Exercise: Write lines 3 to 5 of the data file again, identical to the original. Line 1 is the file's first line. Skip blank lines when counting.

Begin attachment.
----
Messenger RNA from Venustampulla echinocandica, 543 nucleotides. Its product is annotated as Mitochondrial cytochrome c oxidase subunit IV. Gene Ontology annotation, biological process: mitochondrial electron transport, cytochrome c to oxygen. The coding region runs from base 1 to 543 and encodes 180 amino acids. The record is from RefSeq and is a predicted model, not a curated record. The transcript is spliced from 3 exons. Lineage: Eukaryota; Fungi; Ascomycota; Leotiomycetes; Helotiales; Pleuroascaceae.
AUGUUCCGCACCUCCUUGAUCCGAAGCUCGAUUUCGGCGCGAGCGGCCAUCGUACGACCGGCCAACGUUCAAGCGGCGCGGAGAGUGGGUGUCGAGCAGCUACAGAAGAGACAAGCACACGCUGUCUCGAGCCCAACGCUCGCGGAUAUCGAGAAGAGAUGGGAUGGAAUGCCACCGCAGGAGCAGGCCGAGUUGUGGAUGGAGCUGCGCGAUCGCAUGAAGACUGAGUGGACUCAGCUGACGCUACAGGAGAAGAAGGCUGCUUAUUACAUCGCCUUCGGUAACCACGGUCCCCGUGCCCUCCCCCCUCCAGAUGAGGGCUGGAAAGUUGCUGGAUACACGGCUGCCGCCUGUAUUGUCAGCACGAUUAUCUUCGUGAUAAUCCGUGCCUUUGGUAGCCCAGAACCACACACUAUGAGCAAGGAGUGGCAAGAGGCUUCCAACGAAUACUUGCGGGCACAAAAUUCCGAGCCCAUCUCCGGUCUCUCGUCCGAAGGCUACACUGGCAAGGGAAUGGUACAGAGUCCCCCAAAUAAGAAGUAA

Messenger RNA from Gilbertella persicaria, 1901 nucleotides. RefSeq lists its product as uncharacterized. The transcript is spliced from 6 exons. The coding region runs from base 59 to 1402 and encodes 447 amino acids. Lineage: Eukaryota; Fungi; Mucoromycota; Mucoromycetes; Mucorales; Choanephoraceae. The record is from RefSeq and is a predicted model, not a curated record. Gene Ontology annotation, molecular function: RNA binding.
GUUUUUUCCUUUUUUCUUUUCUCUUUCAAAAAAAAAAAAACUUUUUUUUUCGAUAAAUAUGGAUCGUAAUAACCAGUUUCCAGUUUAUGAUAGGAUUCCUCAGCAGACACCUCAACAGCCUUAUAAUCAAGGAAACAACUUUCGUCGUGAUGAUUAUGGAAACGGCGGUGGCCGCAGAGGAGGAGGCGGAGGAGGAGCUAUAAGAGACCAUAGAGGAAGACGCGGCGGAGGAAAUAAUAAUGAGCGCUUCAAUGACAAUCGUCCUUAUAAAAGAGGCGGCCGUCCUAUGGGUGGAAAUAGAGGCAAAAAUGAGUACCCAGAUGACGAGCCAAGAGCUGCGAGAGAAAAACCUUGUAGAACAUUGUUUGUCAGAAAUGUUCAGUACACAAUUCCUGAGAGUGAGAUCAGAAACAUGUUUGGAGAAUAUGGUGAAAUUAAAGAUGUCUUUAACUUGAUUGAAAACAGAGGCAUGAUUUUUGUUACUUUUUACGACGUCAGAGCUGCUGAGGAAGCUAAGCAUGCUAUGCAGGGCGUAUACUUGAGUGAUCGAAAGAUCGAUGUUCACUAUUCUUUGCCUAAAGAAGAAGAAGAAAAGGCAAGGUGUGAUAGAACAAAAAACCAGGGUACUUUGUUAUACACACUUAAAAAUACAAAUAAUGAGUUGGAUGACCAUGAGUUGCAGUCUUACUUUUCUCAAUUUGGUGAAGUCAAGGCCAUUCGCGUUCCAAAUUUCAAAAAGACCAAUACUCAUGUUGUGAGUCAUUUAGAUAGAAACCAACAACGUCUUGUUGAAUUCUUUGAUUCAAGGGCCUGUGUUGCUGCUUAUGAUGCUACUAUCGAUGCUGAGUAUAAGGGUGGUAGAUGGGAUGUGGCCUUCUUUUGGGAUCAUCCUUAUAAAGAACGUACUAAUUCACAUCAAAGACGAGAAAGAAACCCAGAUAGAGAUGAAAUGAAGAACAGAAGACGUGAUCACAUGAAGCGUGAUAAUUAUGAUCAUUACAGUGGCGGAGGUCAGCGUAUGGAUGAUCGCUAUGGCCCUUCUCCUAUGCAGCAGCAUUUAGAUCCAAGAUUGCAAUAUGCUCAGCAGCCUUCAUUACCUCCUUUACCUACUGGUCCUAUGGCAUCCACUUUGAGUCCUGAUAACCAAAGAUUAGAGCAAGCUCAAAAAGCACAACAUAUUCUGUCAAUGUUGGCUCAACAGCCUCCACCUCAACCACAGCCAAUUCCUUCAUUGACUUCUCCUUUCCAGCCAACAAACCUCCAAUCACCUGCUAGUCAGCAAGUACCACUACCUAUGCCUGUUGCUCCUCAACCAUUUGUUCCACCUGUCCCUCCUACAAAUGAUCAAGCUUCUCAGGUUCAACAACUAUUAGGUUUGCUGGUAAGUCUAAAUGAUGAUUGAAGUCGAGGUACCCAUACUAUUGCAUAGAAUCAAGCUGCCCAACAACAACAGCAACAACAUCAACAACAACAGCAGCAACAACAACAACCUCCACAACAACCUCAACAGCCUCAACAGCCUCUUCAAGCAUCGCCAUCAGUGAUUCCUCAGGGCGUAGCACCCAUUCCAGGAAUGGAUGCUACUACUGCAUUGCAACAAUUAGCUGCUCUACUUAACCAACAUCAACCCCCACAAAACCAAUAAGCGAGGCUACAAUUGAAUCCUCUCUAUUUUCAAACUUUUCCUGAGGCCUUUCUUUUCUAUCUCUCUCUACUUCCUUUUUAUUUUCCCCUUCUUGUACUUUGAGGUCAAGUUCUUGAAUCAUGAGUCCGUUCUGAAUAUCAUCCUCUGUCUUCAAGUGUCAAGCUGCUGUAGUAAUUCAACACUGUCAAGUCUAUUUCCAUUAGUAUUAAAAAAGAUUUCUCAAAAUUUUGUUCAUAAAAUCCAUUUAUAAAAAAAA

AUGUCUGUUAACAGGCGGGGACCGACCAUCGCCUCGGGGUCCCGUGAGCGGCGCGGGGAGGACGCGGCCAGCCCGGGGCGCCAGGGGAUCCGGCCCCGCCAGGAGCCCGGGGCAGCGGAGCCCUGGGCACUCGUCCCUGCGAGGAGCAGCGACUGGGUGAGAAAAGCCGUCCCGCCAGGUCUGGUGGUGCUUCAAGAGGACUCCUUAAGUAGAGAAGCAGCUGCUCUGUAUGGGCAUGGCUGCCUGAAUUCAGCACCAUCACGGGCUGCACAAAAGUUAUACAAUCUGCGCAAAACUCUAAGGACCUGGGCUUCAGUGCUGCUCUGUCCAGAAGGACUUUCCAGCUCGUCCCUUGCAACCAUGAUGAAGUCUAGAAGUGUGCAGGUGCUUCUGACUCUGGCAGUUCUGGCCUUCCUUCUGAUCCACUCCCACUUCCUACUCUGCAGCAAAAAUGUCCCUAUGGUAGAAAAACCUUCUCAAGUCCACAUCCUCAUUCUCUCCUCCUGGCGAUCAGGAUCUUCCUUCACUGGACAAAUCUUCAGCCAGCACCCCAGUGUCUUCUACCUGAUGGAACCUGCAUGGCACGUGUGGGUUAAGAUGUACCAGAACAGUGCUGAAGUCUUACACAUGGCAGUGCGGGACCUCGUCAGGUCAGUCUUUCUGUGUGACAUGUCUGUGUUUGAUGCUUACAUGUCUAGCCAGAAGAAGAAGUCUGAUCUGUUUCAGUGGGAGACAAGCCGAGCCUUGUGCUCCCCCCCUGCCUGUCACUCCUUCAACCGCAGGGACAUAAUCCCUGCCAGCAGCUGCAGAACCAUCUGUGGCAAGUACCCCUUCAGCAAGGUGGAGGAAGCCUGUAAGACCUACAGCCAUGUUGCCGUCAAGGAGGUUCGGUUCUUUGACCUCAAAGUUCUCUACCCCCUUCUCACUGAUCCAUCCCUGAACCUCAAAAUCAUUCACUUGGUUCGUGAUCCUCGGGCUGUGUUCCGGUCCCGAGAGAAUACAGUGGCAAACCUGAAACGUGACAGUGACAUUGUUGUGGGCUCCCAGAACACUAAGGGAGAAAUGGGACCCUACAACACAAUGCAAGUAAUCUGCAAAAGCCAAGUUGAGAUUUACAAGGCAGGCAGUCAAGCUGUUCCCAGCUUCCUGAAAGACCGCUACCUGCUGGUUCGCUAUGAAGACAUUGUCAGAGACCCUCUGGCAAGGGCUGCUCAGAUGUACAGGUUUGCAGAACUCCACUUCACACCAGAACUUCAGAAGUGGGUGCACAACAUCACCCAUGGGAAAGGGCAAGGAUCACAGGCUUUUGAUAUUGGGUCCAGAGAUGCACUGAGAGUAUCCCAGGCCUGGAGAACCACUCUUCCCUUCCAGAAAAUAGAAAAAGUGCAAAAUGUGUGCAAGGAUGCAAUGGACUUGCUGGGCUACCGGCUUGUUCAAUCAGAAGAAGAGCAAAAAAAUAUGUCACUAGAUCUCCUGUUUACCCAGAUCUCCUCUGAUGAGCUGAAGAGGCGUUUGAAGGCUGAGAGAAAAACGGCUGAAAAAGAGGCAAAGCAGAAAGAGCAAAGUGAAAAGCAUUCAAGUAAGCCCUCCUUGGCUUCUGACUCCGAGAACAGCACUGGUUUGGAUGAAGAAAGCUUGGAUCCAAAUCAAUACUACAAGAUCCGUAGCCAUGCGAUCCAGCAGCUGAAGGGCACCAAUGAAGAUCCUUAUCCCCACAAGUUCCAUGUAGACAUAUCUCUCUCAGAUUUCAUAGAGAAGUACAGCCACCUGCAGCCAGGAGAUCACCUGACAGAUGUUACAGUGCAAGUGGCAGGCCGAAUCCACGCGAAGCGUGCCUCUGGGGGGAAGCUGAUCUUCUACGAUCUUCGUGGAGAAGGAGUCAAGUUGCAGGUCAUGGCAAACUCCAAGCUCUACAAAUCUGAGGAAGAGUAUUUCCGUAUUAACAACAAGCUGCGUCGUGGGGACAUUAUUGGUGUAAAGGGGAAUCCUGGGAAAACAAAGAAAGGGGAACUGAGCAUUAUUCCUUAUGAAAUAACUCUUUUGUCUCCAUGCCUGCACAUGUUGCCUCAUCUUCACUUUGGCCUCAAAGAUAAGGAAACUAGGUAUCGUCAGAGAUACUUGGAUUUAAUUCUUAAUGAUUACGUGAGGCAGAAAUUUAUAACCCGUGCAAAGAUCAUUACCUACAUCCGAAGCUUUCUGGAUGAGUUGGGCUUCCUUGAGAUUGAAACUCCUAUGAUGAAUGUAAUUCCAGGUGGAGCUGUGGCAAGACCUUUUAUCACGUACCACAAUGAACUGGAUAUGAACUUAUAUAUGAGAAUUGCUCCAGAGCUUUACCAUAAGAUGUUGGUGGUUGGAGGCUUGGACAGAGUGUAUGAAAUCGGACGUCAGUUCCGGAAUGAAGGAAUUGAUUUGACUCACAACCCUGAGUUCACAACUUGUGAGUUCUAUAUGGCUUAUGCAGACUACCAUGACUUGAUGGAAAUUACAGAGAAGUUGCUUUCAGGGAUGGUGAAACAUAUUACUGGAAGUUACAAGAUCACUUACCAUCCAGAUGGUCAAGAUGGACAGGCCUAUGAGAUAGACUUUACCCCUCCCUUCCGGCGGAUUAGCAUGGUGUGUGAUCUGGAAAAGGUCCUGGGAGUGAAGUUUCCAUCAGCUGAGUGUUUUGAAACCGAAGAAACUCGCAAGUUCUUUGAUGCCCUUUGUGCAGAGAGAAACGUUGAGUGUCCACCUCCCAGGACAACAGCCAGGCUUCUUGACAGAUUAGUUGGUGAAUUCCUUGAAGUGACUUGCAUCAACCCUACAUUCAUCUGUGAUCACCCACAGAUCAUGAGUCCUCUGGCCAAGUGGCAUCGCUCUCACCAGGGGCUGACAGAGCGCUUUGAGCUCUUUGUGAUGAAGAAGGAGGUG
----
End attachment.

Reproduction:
Messenger RNA from Gilbertella persicaria, 1901 nucleotides. RefSeq lists its product as uncharacterized. The transcript is spliced from 6 exons. The coding region runs from base 59 to 1402 and encodes 447 amino acids. Lineage: Eukaryota; Fungi; Mucoromycota; Mucoromycetes; Mucorales; Choanephoraceae. The record is from RefSeq and is a predicted model, not a curated record. Gene Ontology annotation, molecular function: RNA binding.
GUUUUUUCCUUUUUUCUUUUCUCUUUCAAAAAAAAAAAAACUUUUUUUUUCGAUAAAUAUGGAUCGUAAUAACCAGUUUCCAGUUUAUGAUAGGAUUCCUCAGCAGACACCUCAACAGCCUUAUAAUCAAGGAAACAACUUUCGUCGUGAUGAUUAUGGAAACGGCGGUGGCCGCAGAGGAGGAGGCGGAGGAGGAGCUAUAAGAGACCAUAGAGGAAGACGCGGCGGAGGAAAUAAUAAUGAGCGCUUCAAUGACAAUCGUCCUUAUAAAAGAGGCGGCCGUCCUAUGGGUGGAAAUAGAGGCAAAAAUGAGUACCCAGAUGACGAGCCAAGAGCUGCGAGAGAAAAACCUUGUAGAACAUUGUUUGUCAGAAAUGUUCAGUACACAAUUCCUGAGAGUGAGAUCAGAAACAUGUUUGGAGAAUAUGGUGAAAUUAAAGAUGUCUUUAACUUGAUUGAAAACAGAGGCAUGAUUUUUGUUACUUUUUACGACGUCAGAGCUGCUGAGGAAGCUAAGCAUGCUAUGCAGGGCGUAUACUUGAGUGAUCGAAAGAUCGAUGUUCACUAUUCUUUGCCUAAAGAAGAAGAAGAAAAGGCAAGGUGUGAUAGAACAAAAAACCAGGGUACUUUGUUAUACACACUUAAAAAUACAAAUAAUGAGUUGGAUGACCAUGAGUUGCAGUCUUACUUUUCUCAAUUUGGUGAAGUCAAGGCCAUUCGCGUUCCAAAUUUCAAAAAGACCAAUACUCAUGUUGUGAGUCAUUUAGAUAGAAACCAACAACGUCUUGUUGAAUUCUUUGAUUCAAGGGCCUGUGUUGCUGCUUAUGAUGCUACUAUCGAUGCUGAGUAUAAGGGUGGUAGAUGGGAUGUGGCCUUCUUUUGGGAUCAUCCUUAUAAAGAACGUACUAAUUCACAUCAAAGACGAGAAAGAAACCCAGAUAGAGAUGAAAUGAAGAACAGAAGACGUGAUCACAUGAAGCGUGAUAAUUAUGAUCAUUACAGUGGCGGAGGUCAGCGUAUGGAUGAUCGCUAUGGCCCUUCUCCUAUGCAGCAGCAUUUAGAUCCAAGAUUGCAAUAUGCUCAGCAGCCUUCAUUACCUCCUUUACCUACUGGUCCUAUGGCAUCCACUUUGAGUCCUGAUAACCAAAGAUUAGAGCAAGCUCAAAAAGCACAACAUAUUCUGUCAAUGUUGGCUCAACAGCCUCCACCUCAACCACAGCCAAUUCCUUCAUUGACUUCUCCUUUCCAGCCAACAAACCUCCAAUCACCUGCUAGUCAGCAAGUACCACUACCUAUGCCUGUUGCUCCUCAACCAUUUGUUCCACCUGUCCCUCCUACAAAUGAUCAAGCUUCUCAGGUUCAACAACUAUUAGGUUUGCUGGUAAGUCUAAAUGAUGAUUGAAGUCGAGGUACCCAUACUAUUGCAUAGAAUCAAGCUGCCCAACAACAACAGCAACAACAUCAACAACAACAGCAGCAACAACAACAACCUCCACAACAACCUCAACAGCCUCAACAGCCUCUUCAAGCAUCGCCAUCAGUGAUUCCUCAGGGCGUAGCACCCAUUCCAGGAAUGGAUGCUACUACUGCAUUGCAACAAUUAGCUGCUCUACUUAACCAACAUCAACCCCCACAAAACCAAUAAGCGAGGCUACAAUUGAAUCCUCUCUAUUUUCAAACUUUUCCUGAGGCCUUUCUUUUCUAUCUCUCUCUACUUCCUUUUUAUUUUCCCCUUCUUGUACUUUGAGGUCAAGUUCUUGAAUCAUGAGUCCGUUCUGAAUAUCAUCCUCUGUCUUCAAGUGUCAAGCUGCUGUAGUAAUUCAACACUGUCAAGUCUAUUUCCAUUAGUAUUAAAAAAGAUUUCUCAAAAUUUUGUUCAUAAAAUCCAUUUAUAAAAAAAA

AUGUCUGUUAACAGGCGGGGACCGACCAUCGCCUCGGGGUCCCGUGAGCGGCGCGGGGAGGACGCGGCCAGCCCGGGGCGCCAGGGGAUCCGGCCCCGCCAGGAGCCCGGGGCAGCGGAGCCCUGGGCACUCGUCCCUGCGAGGAGCAGCGACUGGGUGAGAAAAGCCGUCCCGCCAGGUCUGGUGGUGCUUCAAGAGGACUCCUUAAGUAGAGAAGCAGCUGCUCUGUAUGGGCAUGGCUGCCUGAAUUCAGCACCAUCACGGGCUGCACAAAAGUUAUACAAUCUGCGCAAAACUCUAAGGACCUGGGCUUCAGUGCUGCUCUGUCCAGAAGGACUUUCCAGCUCGUCCCUUGCAACCAUGAUGAAGUCUAGAAGUGUGCAGGUGCUUCUGACUCUGGCAGUUCUGGCCUUCCUUCUGAUCCACUCCCACUUCCUACUCUGCAGCAAAAAUGUCCCUAUGGUAGAAAAACCUUCUCAAGUCCACAUCCUCAUUCUCUCCUCCUGGCGAUCAGGAUCUUCCUUCACUGGACAAAUCUUCAGCCAGCACCCCAGUGUCUUCUACCUGAUGGAACCUGCAUGGCACGUGUGGGUUAAGAUGUACCAGAACAGUGCUGAAGUCUUACACAUGGCAGUGCGGGACCUCGUCAGGUCAGUCUUUCUGUGUGACAUGUCUGUGUUUGAUGCUUACAUGUCUAGCCAGAAGAAGAAGUCUGAUCUGUUUCAGUGGGAGACAAGCCGAGCCUUGUGCUCCCCCCCUGCCUGUCACUCCUUCAACCGCAGGGACAUAAUCCCUGCCAGCAGCUGCAGAACCAUCUGUGGCAAGUACCCCUUCAGCAAGGUGGAGGAAGCCUGUAAGACCUACAGCCAUGUUGCCGUCAAGGAGGUUCGGUUCUUUGACCUCAAAGUUCUCUACCCCCUUCUCACUGAUCCAUCCCUGAACCUCAAAAUCAUUCACUUGGUUCGUGAUCCUCGGGCUGUGUUCCGGUCCCGAGAGAAUACAGUGGCAAACCUGAAACGUGACAGUGACAUUGUUGUGGGCUCCCAGAACACUAAGGGAGAAAUGGGACCCUACAACACAAUGCAAGUAAUCUGCAAAAGCCAAGUUGAGAUUUACAAGGCAGGCAGUCAAGCUGUUCCCAGCUUCCUGAAAGACCGCUACCUGCUGGUUCGCUAUGAAGACAUUGUCAGAGACCCUCUGGCAAGGGCUGCUCAGAUGUACAGGUUUGCAGAACUCCACUUCACACCAGAACUUCAGAAGUGGGUGCACAACAUCACCCAUGGGAAAGGGCAAGGAUCACAGGCUUUUGAUAUUGGGUCCAGAGAUGCACUGAGAGUAUCCCAGGCCUGGAGAACCACUCUUCCCUUCCAGAAAAUAGAAAAAGUGCAAAAUGUGUGCAAGGAUGCAAUGGACUUGCUGGGCUACCGGCUUGUUCAAUCAGAAGAAGAGCAAAAAAAUAUGUCACUAGAUCUCCUGUUUACCCAGAUCUCCUCUGAUGAGCUGAAGAGGCGUUUGAAGGCUGAGAGAAAAACGGCUGAAAAAGAGGCAAAGCAGAAAGAGCAAAGUGAAAAGCAUUCAAGUAAGCCCUCCUUGGCUUCUGACUCCGAGAACAGCACUGGUUUGGAUGAAGAAAGCUUGGAUCCAAAUCAAUACUACAAGAUCCGUAGCCAUGCGAUCCAGCAGCUGAAGGGCACCAAUGAAGAUCCUUAUCCCCACAAGUUCCAUGUAGACAUAUCUCUCUCAGAUUUCAUAGAGAAGUACAGCCACCUGCAGCCAGGAGAUCACCUGACAGAUGUUACAGUGCAAGUGGCAGGCCGAAUCCACGCGAAGCGUGCCUCUGGGGGGAAGCUGAUCUUCUACGAUCUUCGUGGAGAAGGAGUCAAGUUGCAGGUCAUGGCAAACUCCAAGCUCUACAAAUCUGAGGAAGAGUAUUUCCGUAUUAACAACAAGCUGCGUCGUGGGGACAUUAUUGGUGUAAAGGGGAAUCCUGGGAAAACAAAGAAAGGGGAACUGAGCAUUAUUCCUUAUGAAAUAACUCUUUUGUCUCCAUGCCUGCACAUGUUGCCUCAUCUUCACUUUGGCCUCAAAGAUAAGGAAACUAGGUAUCGUCAGAGAUACUUGGAUUUAAUUCUUAAUGAUUACGUGAGGCAGAAAUUUAUAACCCGUGCAAAGAUCAUUACCUACAUCCGAAGCUUUCUGGAUGAGUUGGGCUUCCUUGAGAUUGAAACUCCUAUGAUGAAUGUAAUUCCAGGUGGAGCUGUGGCAAGACCUUUUAUCACGUACCACAAUGAACUGGAUAUGAACUUAUAUAUGAGAAUUGCUCCAGAGCUUUACCAUAAGAUGUUGGUGGUUGGAGGCUUGGACAGAGUGUAUGAAAUCGGACGUCAGUUCCGGAAUGAAGGAAUUGAUUUGACUCACAACCCUGAGUUCACAACUUGUGAGUUCUAUAUGGCUUAUGCAGACUACCAUGACUUGAUGGAAAUUACAGAGAAGUUGCUUUCAGGGAUGGUGAAACAUAUUACUGGAAGUUACAAGAUCACUUACCAUCCAGAUGGUCAAGAUGGACAGGCCUAUGAGAUAGACUUUACCCCUCCCUUCCGGCGGAUUAGCAUGGUGUGUGAUCUGGAAAAGGUCCUGGGAGUGAAGUUUCCAUCAGCUGAGUGUUUUGAAACCGAAGAAACUCGCAAGUUCUUUGAUGCCCUUUGUGCAGAGAGAAACGUUGAGUGUCCACCUCCCAGGACAACAGCCAGGCUUCUUGACAGAUUAGUUGGUGAAUUCCUUGAAGUGACUUGCAUCAACCCUACAUUCAUCUGUGAUCACCCACAGAUCAUGAGUCCUCUGGCCAAGUGGCAUCGCUCUCACCAGGGGCUGACAGAGCGCUUUGAGCUCUUUGUGAUGAAGAAGGAGGUG